By Karl Plume
– Global commodities merchant Glencore Plc took a major step this week to becoming a greater force in the international food chain with a deal to buy the grains business of U.S.-based Gavilon.
The acquisition, due to close in the second half of this year and subject to regulatory review, gives Glencore’s Viterra unit significantly more physical grain handling assets in the United States.
It would also would elevate Viterra to the third-largest exporter of Brazilian soybeans, ahead of Archer-Daniels-Midland Co, according to data from the Cargonave shipping agency.
Rising demand for food and biofuels made from crops has generated record profits for large grain companies, including ADM and Cargill Inc.
The deal, however, falls short of elevating Glencore, among the largest global metals and energy merchants, to the upper tier of global grains traders because of its limited presence in the United States, U.S.-based export traders said. The club includes ADM, Bunge Ltd, Cargill and Louis Dreyfus Co. Glencore’s previous attempts to join this elite group of merchants known as the ABCDs of grain included failed acquisition approaches to Bunge and Dreyfus in recent years.
“This puts them among the players that can physically originate grain (in the United States), rather than just a paper trader. It elevates their status, but they’d have to spend a lot more money to be on the level of ADM or Cargill or Bunge,” said a U.S. exporter who asked not to be named.
Viterra has grains handling assets like elevators and ports in Canada, Europe and South America, but the company has only trading offices and very limited grain storage and transportation in the United States. The company said the Gavilon acquisition would “provide more value and flexibility” to its customers.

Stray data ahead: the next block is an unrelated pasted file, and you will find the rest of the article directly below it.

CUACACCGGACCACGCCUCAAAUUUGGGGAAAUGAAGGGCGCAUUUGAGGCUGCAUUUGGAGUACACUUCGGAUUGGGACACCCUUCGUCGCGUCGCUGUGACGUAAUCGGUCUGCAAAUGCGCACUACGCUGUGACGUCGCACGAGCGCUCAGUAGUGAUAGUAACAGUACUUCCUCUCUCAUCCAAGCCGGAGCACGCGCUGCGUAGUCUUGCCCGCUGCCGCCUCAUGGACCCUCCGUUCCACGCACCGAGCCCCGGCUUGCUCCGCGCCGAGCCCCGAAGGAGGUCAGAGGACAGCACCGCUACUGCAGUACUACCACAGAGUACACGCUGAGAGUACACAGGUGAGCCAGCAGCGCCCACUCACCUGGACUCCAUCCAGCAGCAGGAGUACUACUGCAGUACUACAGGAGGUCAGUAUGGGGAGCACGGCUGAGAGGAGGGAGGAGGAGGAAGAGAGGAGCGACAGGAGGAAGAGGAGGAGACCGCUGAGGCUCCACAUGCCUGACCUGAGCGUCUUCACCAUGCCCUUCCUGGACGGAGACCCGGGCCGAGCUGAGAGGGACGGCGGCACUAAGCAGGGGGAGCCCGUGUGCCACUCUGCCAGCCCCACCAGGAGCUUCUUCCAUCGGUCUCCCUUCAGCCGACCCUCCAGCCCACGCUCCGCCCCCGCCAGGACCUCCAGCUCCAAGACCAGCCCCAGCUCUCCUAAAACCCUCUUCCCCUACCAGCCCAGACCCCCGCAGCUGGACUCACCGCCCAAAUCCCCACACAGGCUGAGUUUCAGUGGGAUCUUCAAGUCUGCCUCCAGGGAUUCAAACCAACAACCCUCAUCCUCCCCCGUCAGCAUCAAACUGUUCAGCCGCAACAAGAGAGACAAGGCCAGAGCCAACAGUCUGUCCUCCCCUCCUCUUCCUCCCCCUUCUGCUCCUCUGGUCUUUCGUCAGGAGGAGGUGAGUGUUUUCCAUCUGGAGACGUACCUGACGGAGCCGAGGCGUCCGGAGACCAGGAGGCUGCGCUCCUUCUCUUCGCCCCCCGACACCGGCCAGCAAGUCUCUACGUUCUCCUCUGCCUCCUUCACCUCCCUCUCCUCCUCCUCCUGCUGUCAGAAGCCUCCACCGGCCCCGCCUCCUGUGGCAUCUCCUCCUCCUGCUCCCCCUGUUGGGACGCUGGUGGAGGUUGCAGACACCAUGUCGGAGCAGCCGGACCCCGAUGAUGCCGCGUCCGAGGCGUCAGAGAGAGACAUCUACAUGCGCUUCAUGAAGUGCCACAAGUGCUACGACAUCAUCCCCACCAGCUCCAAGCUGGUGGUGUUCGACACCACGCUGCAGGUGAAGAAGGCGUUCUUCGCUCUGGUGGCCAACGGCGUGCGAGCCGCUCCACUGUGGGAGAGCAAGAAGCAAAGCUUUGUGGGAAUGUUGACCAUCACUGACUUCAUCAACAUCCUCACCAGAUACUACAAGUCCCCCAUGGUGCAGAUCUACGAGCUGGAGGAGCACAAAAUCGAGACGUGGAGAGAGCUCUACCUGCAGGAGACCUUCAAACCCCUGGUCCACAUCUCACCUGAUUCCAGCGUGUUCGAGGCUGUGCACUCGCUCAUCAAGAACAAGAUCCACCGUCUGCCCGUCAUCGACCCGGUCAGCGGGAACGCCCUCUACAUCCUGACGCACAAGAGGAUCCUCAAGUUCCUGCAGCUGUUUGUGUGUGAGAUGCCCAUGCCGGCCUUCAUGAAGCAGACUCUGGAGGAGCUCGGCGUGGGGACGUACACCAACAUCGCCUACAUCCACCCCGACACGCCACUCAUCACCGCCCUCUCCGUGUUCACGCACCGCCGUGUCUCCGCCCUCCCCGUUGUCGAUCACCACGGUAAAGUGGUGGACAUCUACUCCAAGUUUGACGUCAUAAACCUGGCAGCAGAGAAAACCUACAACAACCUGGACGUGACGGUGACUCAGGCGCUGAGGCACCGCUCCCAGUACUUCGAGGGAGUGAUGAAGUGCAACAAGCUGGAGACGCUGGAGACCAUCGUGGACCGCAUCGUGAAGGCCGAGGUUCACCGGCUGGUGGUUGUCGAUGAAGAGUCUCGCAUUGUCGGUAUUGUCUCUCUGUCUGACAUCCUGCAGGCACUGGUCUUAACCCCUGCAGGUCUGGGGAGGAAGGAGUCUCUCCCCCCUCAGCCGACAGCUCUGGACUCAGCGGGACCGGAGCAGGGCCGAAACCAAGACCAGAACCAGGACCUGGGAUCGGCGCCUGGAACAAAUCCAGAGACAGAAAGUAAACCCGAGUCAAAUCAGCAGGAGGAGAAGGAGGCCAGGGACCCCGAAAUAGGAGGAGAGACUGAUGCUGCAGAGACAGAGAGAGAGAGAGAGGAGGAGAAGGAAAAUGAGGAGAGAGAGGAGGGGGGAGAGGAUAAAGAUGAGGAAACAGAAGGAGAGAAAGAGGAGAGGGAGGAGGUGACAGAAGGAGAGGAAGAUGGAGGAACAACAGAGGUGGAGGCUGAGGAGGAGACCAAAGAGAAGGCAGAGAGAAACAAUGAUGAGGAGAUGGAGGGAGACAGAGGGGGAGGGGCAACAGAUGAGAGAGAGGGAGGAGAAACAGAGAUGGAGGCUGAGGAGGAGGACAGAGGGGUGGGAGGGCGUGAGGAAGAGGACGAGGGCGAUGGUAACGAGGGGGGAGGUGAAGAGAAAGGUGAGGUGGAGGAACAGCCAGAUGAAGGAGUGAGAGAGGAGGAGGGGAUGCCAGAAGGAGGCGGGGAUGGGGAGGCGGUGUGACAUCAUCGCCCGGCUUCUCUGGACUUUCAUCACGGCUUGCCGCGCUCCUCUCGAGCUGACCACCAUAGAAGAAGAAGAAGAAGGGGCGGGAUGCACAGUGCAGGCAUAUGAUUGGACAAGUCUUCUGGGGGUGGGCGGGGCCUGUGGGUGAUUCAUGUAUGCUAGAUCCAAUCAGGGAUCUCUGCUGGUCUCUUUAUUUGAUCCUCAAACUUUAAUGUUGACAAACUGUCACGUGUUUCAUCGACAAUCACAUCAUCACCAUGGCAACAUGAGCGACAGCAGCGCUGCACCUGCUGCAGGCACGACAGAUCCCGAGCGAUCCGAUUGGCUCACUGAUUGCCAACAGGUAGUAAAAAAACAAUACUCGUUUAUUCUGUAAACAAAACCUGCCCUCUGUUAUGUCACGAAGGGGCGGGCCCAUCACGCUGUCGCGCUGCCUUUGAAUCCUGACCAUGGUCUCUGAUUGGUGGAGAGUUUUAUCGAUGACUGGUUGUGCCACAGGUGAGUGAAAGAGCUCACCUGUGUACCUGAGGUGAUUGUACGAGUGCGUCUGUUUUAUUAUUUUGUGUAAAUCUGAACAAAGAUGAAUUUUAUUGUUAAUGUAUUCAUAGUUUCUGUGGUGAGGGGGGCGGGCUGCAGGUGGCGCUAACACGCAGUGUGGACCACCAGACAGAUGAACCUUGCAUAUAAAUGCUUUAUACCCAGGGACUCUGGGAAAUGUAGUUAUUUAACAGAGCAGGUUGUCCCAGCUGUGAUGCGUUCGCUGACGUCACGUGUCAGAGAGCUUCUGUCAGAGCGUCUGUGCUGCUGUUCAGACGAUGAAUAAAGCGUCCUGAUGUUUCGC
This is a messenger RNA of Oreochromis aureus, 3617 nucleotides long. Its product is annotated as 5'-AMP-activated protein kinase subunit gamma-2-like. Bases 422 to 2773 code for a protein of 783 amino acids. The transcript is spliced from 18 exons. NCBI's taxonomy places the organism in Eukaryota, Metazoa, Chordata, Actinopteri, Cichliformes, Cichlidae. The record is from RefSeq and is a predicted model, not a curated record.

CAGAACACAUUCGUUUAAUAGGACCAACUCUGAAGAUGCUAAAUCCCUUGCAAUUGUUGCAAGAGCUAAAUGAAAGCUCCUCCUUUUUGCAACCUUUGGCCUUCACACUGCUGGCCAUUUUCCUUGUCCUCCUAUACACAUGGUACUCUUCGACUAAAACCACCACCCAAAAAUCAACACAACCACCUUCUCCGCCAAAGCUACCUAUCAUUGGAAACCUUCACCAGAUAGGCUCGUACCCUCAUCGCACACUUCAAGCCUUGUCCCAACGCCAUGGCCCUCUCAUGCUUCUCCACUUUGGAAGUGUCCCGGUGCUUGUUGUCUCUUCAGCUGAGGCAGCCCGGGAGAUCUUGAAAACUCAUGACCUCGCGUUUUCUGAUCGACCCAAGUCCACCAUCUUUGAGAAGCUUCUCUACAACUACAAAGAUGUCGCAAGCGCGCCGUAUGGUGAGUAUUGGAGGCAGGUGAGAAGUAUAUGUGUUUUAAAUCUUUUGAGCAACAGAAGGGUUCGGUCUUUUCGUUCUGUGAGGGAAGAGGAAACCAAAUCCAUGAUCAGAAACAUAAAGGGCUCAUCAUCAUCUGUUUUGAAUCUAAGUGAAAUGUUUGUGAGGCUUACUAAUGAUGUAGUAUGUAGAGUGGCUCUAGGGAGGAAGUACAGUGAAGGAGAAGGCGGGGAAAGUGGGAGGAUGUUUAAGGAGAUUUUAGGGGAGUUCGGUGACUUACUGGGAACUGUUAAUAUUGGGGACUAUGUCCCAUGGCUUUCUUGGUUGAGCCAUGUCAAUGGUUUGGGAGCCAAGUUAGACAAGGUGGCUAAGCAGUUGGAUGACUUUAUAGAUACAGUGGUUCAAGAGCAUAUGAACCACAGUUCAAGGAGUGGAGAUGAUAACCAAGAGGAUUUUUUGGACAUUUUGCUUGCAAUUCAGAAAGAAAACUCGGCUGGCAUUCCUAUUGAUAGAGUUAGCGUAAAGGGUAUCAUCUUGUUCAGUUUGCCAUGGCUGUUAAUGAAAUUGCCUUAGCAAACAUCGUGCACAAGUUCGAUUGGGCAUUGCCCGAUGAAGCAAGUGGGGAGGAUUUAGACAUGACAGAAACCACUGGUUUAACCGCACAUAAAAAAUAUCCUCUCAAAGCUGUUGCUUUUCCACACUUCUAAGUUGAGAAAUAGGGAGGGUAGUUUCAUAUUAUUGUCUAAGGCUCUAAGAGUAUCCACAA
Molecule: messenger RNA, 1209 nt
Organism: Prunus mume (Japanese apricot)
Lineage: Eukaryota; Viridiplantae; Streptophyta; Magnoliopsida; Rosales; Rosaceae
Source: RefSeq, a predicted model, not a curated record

But Gavilon parent company Marubeni said it would retain eight Gavilon grain elevators in the northern United States, as well as “part of the equity interest” in a grains export terminal in the U.S. Pacific Northwest, a crucial outlet for U.S. shipments to Asia.
The deal may benefit U.S. farmers as Glencore’s global trading and shipping networks allow Viterra to be more competitive when buying grain from them.
“This for them is a very good entry into the U.S. market and it will increase competition for bushels,” said Sterling Smith, director of agricultural research at AgriSompo.
“It potentially could open up more multinational activity and I could see it being positive for exports over time, opening up new markets particularly markets like Europe where Glencore is quite strong.”
(Reporting by Karl Plume in Chicago; Additional reporting by Marcelo Teixeira in New York; Editing by Cynthia Osterman)